|| ||Tejun Heo <htejun-AT-gmail.com>|
|| ||axboe-AT-suse.de, jgarzik-AT-pobox.com, James.Bottomley-AT-steeleye.com,
|| ||Re: [PATCH linux-2.6-block:master 10/10] blk: I/O barrier documentation|
|| ||Wed, 19 Oct 2005 21:48:32 +0900 (KST)|
I/O barrier documentation
Signed-off-by: Tejun Heo <firstname.lastname@example.org>
barrier.txt | 271 ++++++++++++++++++++++++++++++++++++++++++++++++++++++++++++
biodoc.txt | 10 --
2 files changed, 273 insertions(+), 8 deletions(-)
--- /dev/null 1970-01-01 00:00:00.000000000 +0000
+++ blk-fixes/Documentation/block/barrier.txt 2005-10-19 21:47:15.000000000 +0900
@@ -0,0 +1,271 @@
+Tejun Heo <email@example.com>, July 22 2005
+I/O barrier requests are used to guarantee ordering around the barrier
+requests. Unless you're crazy enough to use disk drives for
+implementing synchronization constructs (wow, sounds interesting...),
+the ordering is meaningful only for write requests for things like
+journal checkpoints. All requests queued before a barrier request
+must be finished (made it to the physical medium) before the barrier
+request is started, and all requests queued after the barrier request
+must be started only after the barrier request is finished (again,
+made it to the physical medium).
+In other words, I/O barrier requests have the following two properties.
+1. Request ordering
+Requests cannot pass the barrier request. Preceding requests are
+processed before the barrier and following requests after.
+Depending on what features a drive supports, this can be done in one
+of the following three ways.
+i. For devices which have queue depth greater than 1 (TCQ devices) and
+support ordered tags, block layer can just issue the barrier as an
+ordered request and the lower level driver, controller and drive
+itself are responsible for making sure that the ordering contraint is
+met. Most modern SCSI controllers/drives should support this.
+NOTE: SCSI ordered tag isn't currently used due to limitation in the
+ SCSI midlayer, see the following random notes section.
+ii. For devices which have queue depth greater than 1 but don't
+support ordered tags, block layer ensures that the requests preceding
+a barrier request finishes before issuing the barrier request. Also,
+it defers requests following the barrier until the barrier request is
+finished. Older SCSI controllers/drives and SATA drives fall in this
+iii. Devices which have queue depth of 1. This is a degenerate case
+of ii. Just keeping issue order suffices. Ancient SCSI
+controllers/drives and IDE drives are in this category.
+2. Forced flushing to physcial medium
+Again, if you're not gonna do synchronization with disk drives (dang,
+it sounds even more appealing now!), the reason you use I/O barriers
+is mainly to protect filesystem integrity when power failure or some
+other events abruptly stop the drive from operating and possibly make
+the drive lose data in its cache. So, I/O barriers need to guarantee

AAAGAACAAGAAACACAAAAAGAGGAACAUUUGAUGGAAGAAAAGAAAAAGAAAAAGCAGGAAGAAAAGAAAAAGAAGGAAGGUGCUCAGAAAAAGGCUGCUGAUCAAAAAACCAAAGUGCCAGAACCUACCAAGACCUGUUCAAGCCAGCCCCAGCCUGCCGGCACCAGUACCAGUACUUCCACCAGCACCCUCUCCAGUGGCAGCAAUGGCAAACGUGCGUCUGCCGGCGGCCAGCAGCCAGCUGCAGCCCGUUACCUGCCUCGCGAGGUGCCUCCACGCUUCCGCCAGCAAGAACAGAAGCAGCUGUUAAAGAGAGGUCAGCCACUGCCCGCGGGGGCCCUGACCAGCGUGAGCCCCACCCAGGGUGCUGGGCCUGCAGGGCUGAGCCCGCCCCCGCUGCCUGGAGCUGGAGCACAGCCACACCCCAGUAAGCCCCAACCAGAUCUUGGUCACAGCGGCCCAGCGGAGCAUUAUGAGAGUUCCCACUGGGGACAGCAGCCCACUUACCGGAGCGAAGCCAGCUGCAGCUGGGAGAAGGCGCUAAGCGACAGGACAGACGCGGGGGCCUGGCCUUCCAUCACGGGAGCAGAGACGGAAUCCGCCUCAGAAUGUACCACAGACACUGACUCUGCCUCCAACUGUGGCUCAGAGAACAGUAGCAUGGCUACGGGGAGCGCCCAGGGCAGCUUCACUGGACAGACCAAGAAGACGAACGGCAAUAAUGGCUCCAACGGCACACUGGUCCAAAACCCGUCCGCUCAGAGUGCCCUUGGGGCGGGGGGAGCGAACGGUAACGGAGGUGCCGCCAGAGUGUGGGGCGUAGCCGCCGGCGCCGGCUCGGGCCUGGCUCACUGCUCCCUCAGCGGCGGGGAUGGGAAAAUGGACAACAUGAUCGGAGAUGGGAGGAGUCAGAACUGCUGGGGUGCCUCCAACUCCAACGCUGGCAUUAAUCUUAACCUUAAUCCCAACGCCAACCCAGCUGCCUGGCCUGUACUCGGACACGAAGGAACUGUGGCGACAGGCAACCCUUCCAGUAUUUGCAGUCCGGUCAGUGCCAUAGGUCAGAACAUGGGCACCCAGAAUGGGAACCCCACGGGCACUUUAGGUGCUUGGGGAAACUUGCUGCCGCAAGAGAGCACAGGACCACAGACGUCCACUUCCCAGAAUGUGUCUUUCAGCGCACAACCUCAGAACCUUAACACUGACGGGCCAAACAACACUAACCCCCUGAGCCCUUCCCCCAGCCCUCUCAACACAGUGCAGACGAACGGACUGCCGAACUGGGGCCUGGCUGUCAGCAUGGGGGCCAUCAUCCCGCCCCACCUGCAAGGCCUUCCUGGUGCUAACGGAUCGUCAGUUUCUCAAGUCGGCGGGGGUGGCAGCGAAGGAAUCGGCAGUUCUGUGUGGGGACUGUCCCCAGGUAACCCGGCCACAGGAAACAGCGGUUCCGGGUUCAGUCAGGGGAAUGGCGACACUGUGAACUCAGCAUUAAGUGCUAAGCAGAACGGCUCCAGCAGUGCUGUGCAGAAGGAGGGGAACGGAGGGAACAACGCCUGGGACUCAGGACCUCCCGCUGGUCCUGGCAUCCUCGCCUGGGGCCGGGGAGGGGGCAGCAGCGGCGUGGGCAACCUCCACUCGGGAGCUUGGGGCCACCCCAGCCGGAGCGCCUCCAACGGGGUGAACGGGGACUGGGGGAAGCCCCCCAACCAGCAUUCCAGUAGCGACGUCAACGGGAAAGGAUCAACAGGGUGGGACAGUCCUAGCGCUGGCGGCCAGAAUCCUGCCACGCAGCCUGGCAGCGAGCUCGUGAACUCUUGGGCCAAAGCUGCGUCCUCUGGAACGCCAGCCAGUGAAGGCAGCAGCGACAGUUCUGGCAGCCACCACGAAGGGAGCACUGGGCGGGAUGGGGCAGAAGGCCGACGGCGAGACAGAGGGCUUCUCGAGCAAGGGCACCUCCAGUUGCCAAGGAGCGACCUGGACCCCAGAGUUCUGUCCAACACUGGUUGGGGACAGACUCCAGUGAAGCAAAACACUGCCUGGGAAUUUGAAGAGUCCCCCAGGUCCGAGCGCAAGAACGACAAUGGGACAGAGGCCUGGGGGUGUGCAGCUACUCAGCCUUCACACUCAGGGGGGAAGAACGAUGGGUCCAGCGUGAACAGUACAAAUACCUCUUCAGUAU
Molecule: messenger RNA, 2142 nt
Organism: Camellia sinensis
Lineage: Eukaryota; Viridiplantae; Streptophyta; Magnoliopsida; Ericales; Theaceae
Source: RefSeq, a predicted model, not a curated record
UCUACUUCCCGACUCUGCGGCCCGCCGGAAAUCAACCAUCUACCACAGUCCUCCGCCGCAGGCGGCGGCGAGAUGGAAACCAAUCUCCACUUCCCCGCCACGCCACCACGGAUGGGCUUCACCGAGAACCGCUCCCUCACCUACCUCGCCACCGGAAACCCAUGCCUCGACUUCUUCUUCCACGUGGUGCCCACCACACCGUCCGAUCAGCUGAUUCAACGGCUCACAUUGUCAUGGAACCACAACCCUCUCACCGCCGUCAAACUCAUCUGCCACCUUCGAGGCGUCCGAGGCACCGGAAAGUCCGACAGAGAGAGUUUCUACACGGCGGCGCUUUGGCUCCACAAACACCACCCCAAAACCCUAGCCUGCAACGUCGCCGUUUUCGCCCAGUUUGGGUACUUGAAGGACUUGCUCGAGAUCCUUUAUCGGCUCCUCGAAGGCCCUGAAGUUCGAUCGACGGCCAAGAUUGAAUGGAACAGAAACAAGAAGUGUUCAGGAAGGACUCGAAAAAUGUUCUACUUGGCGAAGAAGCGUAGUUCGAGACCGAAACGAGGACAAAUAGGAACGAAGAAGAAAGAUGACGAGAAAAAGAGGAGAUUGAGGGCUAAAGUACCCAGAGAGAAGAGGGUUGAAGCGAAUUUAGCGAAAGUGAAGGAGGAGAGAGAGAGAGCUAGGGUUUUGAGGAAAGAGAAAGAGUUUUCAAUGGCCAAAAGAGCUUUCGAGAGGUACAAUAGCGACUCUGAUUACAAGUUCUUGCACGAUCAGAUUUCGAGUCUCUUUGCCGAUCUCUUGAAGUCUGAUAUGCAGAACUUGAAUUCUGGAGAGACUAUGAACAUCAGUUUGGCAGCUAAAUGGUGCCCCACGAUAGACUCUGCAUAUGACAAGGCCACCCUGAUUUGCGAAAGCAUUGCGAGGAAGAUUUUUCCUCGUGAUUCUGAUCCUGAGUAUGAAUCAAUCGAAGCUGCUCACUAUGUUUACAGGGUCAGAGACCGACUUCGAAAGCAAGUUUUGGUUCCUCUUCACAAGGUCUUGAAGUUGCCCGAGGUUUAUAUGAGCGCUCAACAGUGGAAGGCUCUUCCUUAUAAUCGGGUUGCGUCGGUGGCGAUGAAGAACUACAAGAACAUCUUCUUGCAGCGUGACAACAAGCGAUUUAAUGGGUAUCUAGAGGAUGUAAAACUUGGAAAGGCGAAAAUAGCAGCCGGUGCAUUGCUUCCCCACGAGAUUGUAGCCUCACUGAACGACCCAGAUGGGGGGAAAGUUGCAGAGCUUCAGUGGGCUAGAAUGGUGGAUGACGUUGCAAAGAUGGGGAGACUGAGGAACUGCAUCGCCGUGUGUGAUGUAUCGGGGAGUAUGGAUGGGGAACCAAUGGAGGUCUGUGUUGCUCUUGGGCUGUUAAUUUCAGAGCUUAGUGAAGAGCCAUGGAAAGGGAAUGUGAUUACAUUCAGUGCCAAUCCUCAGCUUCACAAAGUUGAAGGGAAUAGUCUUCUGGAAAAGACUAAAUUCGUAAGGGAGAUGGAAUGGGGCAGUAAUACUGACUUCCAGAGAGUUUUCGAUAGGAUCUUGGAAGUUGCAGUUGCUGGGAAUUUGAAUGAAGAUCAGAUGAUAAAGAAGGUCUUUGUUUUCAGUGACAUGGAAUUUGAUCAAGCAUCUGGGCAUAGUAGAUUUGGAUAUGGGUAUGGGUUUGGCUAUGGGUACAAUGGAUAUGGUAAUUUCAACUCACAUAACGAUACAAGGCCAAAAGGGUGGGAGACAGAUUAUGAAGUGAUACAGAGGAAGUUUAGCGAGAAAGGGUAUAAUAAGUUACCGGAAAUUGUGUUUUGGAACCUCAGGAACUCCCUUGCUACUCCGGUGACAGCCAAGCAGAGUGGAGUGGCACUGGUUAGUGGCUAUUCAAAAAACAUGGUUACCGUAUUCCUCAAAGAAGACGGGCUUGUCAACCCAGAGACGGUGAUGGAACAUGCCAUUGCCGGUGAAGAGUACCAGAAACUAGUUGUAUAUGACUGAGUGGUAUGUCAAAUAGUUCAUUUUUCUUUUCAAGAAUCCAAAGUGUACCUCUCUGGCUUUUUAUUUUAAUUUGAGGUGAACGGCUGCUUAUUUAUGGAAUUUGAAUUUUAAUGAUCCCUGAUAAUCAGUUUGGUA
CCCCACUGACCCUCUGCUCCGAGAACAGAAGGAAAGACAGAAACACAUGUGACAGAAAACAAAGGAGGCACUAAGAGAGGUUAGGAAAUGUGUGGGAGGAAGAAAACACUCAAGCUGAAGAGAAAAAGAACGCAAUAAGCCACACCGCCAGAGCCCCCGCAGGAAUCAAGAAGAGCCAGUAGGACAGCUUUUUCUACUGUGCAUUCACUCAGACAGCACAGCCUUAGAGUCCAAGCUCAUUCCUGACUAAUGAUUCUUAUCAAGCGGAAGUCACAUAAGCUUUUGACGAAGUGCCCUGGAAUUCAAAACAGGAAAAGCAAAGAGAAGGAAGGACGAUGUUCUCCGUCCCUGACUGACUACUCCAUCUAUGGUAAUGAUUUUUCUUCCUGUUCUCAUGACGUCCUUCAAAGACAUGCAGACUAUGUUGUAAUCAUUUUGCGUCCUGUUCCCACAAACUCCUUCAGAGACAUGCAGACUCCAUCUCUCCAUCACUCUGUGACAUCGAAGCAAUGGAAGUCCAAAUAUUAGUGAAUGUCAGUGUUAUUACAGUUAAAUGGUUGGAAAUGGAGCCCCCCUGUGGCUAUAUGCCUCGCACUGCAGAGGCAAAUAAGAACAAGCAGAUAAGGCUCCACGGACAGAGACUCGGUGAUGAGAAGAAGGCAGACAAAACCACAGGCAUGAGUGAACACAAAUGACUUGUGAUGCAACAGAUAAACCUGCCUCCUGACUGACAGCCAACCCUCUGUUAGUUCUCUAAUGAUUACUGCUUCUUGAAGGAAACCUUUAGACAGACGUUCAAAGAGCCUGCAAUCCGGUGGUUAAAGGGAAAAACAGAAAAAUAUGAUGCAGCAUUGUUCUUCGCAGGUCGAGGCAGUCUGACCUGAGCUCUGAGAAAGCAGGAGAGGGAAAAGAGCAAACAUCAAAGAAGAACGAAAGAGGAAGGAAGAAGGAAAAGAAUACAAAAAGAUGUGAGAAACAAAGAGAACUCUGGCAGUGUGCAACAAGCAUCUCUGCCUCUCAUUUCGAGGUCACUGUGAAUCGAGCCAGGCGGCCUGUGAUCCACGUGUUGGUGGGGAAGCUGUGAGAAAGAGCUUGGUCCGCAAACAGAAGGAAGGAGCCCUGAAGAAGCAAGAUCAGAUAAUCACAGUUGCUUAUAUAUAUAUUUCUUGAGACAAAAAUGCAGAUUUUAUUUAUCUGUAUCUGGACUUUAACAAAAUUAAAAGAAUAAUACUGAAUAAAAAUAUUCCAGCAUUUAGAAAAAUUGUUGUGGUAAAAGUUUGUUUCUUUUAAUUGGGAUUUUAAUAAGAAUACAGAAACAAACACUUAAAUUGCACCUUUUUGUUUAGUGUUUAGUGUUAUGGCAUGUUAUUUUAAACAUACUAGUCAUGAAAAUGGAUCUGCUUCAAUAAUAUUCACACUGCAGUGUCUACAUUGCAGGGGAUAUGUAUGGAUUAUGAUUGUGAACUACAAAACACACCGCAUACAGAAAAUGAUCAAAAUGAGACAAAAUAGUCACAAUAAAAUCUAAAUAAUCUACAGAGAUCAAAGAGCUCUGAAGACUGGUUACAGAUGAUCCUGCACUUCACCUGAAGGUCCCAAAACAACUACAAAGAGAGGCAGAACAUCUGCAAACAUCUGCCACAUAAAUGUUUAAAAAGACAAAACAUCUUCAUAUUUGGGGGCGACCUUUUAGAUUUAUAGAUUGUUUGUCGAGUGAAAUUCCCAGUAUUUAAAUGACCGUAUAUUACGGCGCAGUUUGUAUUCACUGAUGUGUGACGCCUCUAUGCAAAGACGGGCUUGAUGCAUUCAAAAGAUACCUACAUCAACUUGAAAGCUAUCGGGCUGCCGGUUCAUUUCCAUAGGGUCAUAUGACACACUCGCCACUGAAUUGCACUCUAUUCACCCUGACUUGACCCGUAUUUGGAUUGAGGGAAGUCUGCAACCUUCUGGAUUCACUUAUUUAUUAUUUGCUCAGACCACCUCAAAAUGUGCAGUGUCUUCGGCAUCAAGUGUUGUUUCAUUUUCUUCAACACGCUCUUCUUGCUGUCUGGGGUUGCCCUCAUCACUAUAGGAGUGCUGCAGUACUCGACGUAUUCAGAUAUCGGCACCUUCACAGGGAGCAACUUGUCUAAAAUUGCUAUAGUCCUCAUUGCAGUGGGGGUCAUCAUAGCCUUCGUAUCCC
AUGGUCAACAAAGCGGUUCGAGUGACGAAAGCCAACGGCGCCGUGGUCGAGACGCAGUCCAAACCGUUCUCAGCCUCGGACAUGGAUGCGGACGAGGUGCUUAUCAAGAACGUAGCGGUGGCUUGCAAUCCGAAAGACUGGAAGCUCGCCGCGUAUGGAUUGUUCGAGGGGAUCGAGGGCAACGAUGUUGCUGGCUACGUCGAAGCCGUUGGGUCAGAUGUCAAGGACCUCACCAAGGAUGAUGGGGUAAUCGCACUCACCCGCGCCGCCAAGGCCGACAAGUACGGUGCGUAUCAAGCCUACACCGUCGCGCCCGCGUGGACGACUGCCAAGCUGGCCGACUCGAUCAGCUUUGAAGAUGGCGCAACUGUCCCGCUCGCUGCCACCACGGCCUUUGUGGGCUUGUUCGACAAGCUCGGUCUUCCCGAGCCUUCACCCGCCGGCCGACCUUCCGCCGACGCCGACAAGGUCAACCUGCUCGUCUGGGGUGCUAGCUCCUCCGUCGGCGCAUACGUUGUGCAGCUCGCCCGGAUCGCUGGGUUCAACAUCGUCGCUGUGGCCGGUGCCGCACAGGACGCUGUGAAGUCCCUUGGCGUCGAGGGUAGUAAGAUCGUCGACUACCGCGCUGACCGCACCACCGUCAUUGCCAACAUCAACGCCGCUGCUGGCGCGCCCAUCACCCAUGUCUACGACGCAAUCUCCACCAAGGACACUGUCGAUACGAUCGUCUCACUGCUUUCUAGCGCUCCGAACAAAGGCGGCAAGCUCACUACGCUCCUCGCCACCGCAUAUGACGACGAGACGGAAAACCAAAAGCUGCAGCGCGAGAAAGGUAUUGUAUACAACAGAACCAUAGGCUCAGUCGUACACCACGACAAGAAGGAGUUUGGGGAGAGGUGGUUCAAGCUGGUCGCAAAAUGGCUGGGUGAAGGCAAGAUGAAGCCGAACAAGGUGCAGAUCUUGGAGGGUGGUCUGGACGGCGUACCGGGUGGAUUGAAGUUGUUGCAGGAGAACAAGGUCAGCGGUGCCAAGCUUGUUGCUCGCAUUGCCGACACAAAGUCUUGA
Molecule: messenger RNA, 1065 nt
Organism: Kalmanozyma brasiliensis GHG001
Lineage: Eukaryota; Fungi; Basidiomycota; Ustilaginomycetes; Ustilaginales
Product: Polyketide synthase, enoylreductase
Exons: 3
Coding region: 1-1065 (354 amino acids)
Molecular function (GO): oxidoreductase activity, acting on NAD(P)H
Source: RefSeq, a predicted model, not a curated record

+that requests actually get written to non-volatile medium in order.
+There are four cases,
+i. No write-back cache. Keeping requests ordered is enough.
+ii. Write-back cache but no flush operation. There's no way to
+gurantee physical-medium commit order. This kind of devices can't to
+iii. Write-back cache and flush operation but no FUA (forced unit
+access). We need two cache flushes - before and after the barrier
+iv. Write-back cache, flush operation and FUA. We still need one
+flush to make sure requests preceding a barrier are written to medium,
+but post-barrier flush can be avoided by using FUA write on the
+How to support barrier requests in drivers
+All barrier handling is done inside block layer proper. All low level
+drivers have to are implementing its prepare_flush_fn and using one
+the following two functions to indicate what barrier type it supports
+and how to prepare flush requests. Note that the term 'ordered' is
+used to indicate the whole sequence of performing barrier requests
+including draining and flushing.
+typedef void (prepare_flush_fn)(request_queue_t *q, struct request *rq);
+int blk_queue_ordered(request_queue_t *q, unsigned ordered,
+ prepare_flush_fn *prepare_flush_fn,
+ unsigned gfp_mask);
+int blk_queue_ordered_locked(request_queue_t *q, unsigned ordered,
+ prepare_flush_fn *prepare_flush_fn,
+ unsigned gfp_mask);
+The only difference between the two functions is whether or not the
+caller is holding q->queue_lock on entry. The latter expects the
+caller is holding the lock.
+@q : the queue in question
+@ordered : the ordered mode the driver/device supports
+@prepare_flush_fn : this function should prepare @rq such that it
+ flushes cache to physical medium when executed
+@gfp_mask : gfp_mask used when allocating data structures
+ for ordered processing
+For example, SCSI disk driver's prepare_flush_fn looks like the
+static void sd_prepare_flush(request_queue_t *q, struct request *rq)
+ memset(rq->cmd, 0, sizeof(rq->cmd));
+ rq->flags |= REQ_BLOCK_PC;
+ rq->timeout = SD_TIMEOUT;
+ rq->cmd = SYNCHRONIZE_CACHE;
+The following seven ordered modes are supported. The following table
+shows which mode should be used depending on what features a
+device/driver supports. In the leftmost column of table,
+QUEUE_ORDERED_ prefix is omitted from the mode names to save space.
+The table is followed by description of each mode. Note that in the
+descriptions of QUEUE_ORDERED_DRAIN*, '=>' is used whereas '->' is
+used for QUEUE_ORDERED_TAG* descriptions. '=>' indicates that the
+preceding step must be complete before proceeding to the next step.
+'->' indicates that the next step can start as soon as the previous
+step is issued.
+ write-back cache ordered tag flush FUA
+NONE yes/no N/A no N/A
+DRAIN no no N/A N/A
+DRAIN_FLUSH yes no yes no
+DRAIN_FUA yes no yes yes
+TAG no yes N/A N/A
+TAG_FLUSH yes yes yes no
+TAG_FUA yes yes yes yes
+ I/O barriers are not needed and/or supported.
+ Sequence: N/A
+ Requests are ordered by draining the request queue and cache
+ flushing isn't needed.
+ Sequence: drain => barrier
+ Requests are ordered by draining the request queue and both
+ pre-barrier and post-barrier cache flushings are needed.
+ Sequence: drain => preflush => barrier => postflush